I've learned, in my almost six years of motherhood, to listen to my instincts, and those of my husband. If something feels off, like overscheduling our five-year-old, we'll tune into that and let her choose one activity she really enjoys, per season, to take part formally in. If we feel our 20-month-old isn't quite ready for potty training, as much as we'd love him to be, we wait for him. If our daughter wants to put bubble-gum pink streaks in her hair, and other people are telling us we shouldn't but we don't seem to see a problem with it, we'll go for it.
But I can remember just how overwhelmed I felt when I first had my daughter, even though I was the type of mom who totally went overboard in preparation. I'm a planner, an organizer. When I'm faced with something life changing and stressful, I dive headfirst into a pile of books. I even brought a parenting book with me to the hospital, and was reading it after I'd given birth. The nurses got a kick out of that!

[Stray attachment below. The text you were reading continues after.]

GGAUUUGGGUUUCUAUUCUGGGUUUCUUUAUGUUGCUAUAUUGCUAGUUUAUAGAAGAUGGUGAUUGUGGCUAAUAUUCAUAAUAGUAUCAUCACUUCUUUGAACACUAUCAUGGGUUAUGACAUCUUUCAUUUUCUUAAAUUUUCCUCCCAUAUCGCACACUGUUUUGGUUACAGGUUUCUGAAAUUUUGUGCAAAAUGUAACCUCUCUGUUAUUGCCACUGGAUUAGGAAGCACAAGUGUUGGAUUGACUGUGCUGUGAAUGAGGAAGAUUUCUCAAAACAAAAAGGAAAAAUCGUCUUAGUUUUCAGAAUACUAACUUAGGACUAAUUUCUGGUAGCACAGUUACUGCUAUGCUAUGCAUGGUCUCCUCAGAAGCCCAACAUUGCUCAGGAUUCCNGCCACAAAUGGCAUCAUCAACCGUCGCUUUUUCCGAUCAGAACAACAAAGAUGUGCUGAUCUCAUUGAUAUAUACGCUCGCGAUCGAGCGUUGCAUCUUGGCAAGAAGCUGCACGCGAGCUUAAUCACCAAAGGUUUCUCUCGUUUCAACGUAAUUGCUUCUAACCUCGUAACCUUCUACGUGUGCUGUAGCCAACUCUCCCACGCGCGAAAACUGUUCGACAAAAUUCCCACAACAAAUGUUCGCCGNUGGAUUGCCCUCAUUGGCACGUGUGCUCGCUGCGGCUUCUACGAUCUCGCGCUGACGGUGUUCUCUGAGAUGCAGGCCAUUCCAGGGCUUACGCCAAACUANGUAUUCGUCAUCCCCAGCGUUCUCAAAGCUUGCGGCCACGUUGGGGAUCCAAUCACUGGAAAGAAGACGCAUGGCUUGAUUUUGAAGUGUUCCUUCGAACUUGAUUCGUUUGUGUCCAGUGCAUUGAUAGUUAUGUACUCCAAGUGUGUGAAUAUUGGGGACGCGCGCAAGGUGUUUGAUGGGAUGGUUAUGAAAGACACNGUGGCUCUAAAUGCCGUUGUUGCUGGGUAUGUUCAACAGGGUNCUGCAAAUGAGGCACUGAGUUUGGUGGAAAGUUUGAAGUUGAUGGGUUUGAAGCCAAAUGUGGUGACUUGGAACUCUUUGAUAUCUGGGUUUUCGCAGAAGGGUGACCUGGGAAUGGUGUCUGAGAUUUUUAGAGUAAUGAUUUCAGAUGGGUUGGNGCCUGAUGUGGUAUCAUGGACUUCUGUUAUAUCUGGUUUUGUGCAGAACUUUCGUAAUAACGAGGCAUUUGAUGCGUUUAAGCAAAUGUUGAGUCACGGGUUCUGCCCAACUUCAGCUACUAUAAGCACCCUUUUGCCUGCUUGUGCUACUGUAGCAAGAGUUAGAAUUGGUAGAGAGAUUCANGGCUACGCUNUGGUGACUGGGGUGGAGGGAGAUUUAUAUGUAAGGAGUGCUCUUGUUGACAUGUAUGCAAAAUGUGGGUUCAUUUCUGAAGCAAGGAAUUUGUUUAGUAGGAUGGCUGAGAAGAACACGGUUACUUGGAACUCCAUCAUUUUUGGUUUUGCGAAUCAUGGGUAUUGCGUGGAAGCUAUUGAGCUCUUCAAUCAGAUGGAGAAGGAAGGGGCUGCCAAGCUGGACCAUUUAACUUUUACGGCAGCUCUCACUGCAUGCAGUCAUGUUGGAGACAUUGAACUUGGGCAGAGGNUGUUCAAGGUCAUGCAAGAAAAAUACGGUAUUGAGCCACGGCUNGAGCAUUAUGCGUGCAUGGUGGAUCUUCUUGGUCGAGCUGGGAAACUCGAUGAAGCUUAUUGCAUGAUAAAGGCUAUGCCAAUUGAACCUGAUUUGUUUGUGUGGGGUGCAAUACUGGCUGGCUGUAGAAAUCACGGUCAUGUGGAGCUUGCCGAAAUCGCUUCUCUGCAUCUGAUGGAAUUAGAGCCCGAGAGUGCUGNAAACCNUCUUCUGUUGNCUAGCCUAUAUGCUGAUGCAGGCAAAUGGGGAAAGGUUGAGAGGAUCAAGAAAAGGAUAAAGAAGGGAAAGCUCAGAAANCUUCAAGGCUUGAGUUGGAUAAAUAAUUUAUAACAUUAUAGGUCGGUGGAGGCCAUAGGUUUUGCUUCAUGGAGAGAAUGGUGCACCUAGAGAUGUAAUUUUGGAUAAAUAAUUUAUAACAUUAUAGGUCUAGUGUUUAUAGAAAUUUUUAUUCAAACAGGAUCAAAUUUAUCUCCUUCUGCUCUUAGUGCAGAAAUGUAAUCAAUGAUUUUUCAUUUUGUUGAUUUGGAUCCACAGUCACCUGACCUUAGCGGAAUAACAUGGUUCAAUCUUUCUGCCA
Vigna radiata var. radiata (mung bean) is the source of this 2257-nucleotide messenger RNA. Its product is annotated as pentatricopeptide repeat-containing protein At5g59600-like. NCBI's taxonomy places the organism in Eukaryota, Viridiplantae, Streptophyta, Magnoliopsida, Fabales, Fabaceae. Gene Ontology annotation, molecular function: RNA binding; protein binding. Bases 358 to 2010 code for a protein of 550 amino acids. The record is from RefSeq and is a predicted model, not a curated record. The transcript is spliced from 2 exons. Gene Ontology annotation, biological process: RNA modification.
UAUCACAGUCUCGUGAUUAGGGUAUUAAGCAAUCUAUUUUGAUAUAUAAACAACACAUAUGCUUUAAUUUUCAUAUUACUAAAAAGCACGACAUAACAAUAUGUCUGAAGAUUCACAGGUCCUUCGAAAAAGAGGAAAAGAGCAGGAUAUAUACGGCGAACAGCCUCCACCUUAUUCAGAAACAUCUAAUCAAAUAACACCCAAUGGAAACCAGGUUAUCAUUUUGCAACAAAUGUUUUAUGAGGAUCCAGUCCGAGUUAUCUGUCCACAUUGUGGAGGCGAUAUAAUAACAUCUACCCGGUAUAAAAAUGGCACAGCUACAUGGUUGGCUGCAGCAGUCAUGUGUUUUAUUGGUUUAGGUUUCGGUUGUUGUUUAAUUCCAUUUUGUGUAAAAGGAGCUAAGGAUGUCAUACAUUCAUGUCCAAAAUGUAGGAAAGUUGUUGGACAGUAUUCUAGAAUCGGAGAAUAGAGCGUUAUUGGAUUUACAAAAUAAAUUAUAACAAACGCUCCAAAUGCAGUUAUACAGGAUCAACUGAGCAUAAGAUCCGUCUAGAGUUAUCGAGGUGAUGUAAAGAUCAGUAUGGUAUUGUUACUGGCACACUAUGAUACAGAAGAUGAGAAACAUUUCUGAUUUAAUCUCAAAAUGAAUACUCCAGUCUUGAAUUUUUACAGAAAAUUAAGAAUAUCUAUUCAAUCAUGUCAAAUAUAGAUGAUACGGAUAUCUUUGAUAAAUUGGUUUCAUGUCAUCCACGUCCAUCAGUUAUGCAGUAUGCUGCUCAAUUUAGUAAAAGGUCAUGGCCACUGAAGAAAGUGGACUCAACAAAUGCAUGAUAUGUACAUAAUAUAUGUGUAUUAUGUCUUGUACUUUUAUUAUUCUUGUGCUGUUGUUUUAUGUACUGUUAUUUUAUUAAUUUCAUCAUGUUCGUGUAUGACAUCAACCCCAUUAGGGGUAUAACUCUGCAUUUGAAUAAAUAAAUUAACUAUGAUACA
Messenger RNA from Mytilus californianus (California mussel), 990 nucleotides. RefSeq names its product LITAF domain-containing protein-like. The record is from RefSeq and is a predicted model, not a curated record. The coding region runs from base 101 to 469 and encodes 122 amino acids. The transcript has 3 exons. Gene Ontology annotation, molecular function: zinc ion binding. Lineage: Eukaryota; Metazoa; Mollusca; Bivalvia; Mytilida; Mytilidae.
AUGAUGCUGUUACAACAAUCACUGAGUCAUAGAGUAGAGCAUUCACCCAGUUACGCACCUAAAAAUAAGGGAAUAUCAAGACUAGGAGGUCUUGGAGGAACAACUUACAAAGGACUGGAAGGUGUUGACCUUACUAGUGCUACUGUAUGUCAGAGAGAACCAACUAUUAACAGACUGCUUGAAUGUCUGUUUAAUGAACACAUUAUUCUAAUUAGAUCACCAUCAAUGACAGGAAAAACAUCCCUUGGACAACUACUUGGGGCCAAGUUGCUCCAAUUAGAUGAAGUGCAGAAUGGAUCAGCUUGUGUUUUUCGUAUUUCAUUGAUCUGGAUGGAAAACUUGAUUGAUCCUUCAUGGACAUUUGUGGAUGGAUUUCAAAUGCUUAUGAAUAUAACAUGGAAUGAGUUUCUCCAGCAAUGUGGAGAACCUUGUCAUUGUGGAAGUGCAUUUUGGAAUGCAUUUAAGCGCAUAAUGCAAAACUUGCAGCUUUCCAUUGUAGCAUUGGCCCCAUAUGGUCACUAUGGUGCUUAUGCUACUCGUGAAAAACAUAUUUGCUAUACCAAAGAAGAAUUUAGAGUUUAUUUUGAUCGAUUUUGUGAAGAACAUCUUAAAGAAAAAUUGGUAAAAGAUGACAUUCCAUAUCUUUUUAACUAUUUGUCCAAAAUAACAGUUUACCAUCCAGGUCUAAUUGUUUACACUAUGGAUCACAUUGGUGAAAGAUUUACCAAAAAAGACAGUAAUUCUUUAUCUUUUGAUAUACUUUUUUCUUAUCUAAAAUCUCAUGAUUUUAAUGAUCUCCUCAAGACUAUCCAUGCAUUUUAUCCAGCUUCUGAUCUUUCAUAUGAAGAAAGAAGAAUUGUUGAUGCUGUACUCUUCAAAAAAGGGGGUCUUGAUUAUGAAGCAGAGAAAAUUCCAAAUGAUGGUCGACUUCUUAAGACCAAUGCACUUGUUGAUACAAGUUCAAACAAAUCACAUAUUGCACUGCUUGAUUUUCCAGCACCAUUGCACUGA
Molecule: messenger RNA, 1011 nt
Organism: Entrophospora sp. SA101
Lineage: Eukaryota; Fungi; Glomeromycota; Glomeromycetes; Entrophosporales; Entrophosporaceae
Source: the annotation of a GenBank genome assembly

One of my biggest dreams was to have a natural, medication-free birth. Okay, okay, if the pain got too bad, I'd probably give in and let them dose me. I mean, who am I kidding? I don't have a high pain threshold. But all my life, people have told me that I'm a "sturdy girl" with "child-bearing hips". Lovely! So, when I ended up having a caesarean-section with my eldest child, I felt pretty disappointed. When I learned I'd need one, I burst into tears, and felt that somehow I was already failing this whole motherhood thing.